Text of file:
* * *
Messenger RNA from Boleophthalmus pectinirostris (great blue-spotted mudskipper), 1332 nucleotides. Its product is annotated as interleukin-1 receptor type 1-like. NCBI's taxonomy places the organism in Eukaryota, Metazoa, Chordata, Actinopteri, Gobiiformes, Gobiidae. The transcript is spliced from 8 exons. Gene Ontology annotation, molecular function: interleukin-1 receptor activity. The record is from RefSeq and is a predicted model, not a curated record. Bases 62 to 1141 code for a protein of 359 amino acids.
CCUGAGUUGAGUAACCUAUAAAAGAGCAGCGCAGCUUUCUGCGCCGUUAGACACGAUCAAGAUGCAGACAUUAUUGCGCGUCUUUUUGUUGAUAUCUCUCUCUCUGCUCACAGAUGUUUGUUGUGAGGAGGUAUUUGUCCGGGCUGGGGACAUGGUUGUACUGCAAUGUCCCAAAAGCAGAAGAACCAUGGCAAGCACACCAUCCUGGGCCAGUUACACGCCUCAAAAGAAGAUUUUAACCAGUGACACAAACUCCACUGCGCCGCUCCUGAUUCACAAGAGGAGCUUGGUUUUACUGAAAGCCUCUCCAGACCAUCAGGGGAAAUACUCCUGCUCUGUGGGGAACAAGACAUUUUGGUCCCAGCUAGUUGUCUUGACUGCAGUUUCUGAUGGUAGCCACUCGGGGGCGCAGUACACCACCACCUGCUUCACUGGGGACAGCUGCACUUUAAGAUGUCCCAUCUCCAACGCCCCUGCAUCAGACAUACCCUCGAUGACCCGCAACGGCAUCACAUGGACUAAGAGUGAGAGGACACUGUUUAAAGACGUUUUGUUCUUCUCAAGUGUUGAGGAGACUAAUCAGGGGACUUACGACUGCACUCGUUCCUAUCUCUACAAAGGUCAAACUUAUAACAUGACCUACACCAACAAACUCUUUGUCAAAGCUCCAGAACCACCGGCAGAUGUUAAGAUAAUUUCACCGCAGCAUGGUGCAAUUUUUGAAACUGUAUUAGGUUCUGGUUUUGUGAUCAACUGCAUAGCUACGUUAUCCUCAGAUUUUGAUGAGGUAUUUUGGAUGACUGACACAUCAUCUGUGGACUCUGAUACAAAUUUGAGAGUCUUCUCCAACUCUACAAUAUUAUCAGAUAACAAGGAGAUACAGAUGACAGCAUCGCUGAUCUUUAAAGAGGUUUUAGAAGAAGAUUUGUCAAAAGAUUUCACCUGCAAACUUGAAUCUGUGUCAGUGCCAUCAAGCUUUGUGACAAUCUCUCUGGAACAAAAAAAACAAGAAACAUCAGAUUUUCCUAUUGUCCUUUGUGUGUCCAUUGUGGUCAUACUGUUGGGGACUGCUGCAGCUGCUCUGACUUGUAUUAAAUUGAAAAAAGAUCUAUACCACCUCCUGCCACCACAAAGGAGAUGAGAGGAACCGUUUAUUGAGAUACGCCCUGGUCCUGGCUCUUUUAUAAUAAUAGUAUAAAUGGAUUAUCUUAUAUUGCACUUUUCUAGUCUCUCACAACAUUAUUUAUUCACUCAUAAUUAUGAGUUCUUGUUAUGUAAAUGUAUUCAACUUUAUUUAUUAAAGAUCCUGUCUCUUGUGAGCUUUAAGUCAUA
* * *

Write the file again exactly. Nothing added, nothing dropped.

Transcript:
Messenger RNA from Boleophthalmus pectinirostris (great blue-spotted mudskipper), 1332 nucleotides. Its product is annotated as interleukin-1 receptor type 1-like. NCBI's taxonomy places the organism in Eukaryota, Metazoa, Chordata, Actinopteri, Gobiiformes, Gobiidae. The transcript is spliced from 8 exons. Gene Ontology annotation, molecular function: interleukin-1 receptor activity. The record is from RefSeq and is a predicted model, not a curated record. Bases 62 to 1141 code for a protein of 359 amino acids.
CCUGAGUUGAGUAACCUAUAAAAGAGCAGCGCAGCUUUCUGCGCCGUUAGACACGAUCAAGAUGCAGACAUUAUUGCGCGUCUUUUUGUUGAUAUCUCUCUCUCUGCUCACAGAUGUUUGUUGUGAGGAGGUAUUUGUCCGGGCUGGGGACAUGGUUGUACUGCAAUGUCCCAAAAGCAGAAGAACCAUGGCAAGCACACCAUCCUGGGCCAGUUACACGCCUCAAAAGAAGAUUUUAACCAGUGACACAAACUCCACUGCGCCGCUCCUGAUUCACAAGAGGAGCUUGGUUUUACUGAAAGCCUCUCCAGACCAUCAGGGGAAAUACUCCUGCUCUGUGGGGAACAAGACAUUUUGGUCCCAGCUAGUUGUCUUGACUGCAGUUUCUGAUGGUAGCCACUCGGGGGCGCAGUACACCACCACCUGCUUCACUGGGGACAGCUGCACUUUAAGAUGUCCCAUCUCCAACGCCCCUGCAUCAGACAUACCCUCGAUGACCCGCAACGGCAUCACAUGGACUAAGAGUGAGAGGACACUGUUUAAAGACGUUUUGUUCUUCUCAAGUGUUGAGGAGACUAAUCAGGGGACUUACGACUGCACUCGUUCCUAUCUCUACAAAGGUCAAACUUAUAACAUGACCUACACCAACAAACUCUUUGUCAAAGCUCCAGAACCACCGGCAGAUGUUAAGAUAAUUUCACCGCAGCAUGGUGCAAUUUUUGAAACUGUAUUAGGUUCUGGUUUUGUGAUCAACUGCAUAGCUACGUUAUCCUCAGAUUUUGAUGAGGUAUUUUGGAUGACUGACACAUCAUCUGUGGACUCUGAUACAAAUUUGAGAGUCUUCUCCAACUCUACAAUAUUAUCAGAUAACAAGGAGAUACAGAUGACAGCAUCGCUGAUCUUUAAAGAGGUUUUAGAAGAAGAUUUGUCAAAAGAUUUCACCUGCAAACUUGAAUCUGUGUCAGUGCCAUCAAGCUUUGUGACAAUCUCUCUGGAACAAAAAAAACAAGAAACAUCAGAUUUUCCUAUUGUCCUUUGUGUGUCCAUUGUGGUCAUACUGUUGGGGACUGCUGCAGCUGCUCUGACUUGUAUUAAAUUGAAAAAAGAUCUAUACCACCUCCUGCCACCACAAAGGAGAUGAGAGGAACCGUUUAUUGAGAUACGCCCUGGUCCUGGCUCUUUUAUAAUAAUAGUAUAAAUGGAUUAUCUUAUAUUGCACUUUUCUAGUCUCUCACAACAUUAUUUAUUCACUCAUAAUUAUGAGUUCUUGUUAUGUAAAUGUAUUCAACUUUAUUUAUUAAAGAUCCUGUCUCUUGUGAGCUUUAAGUCAUA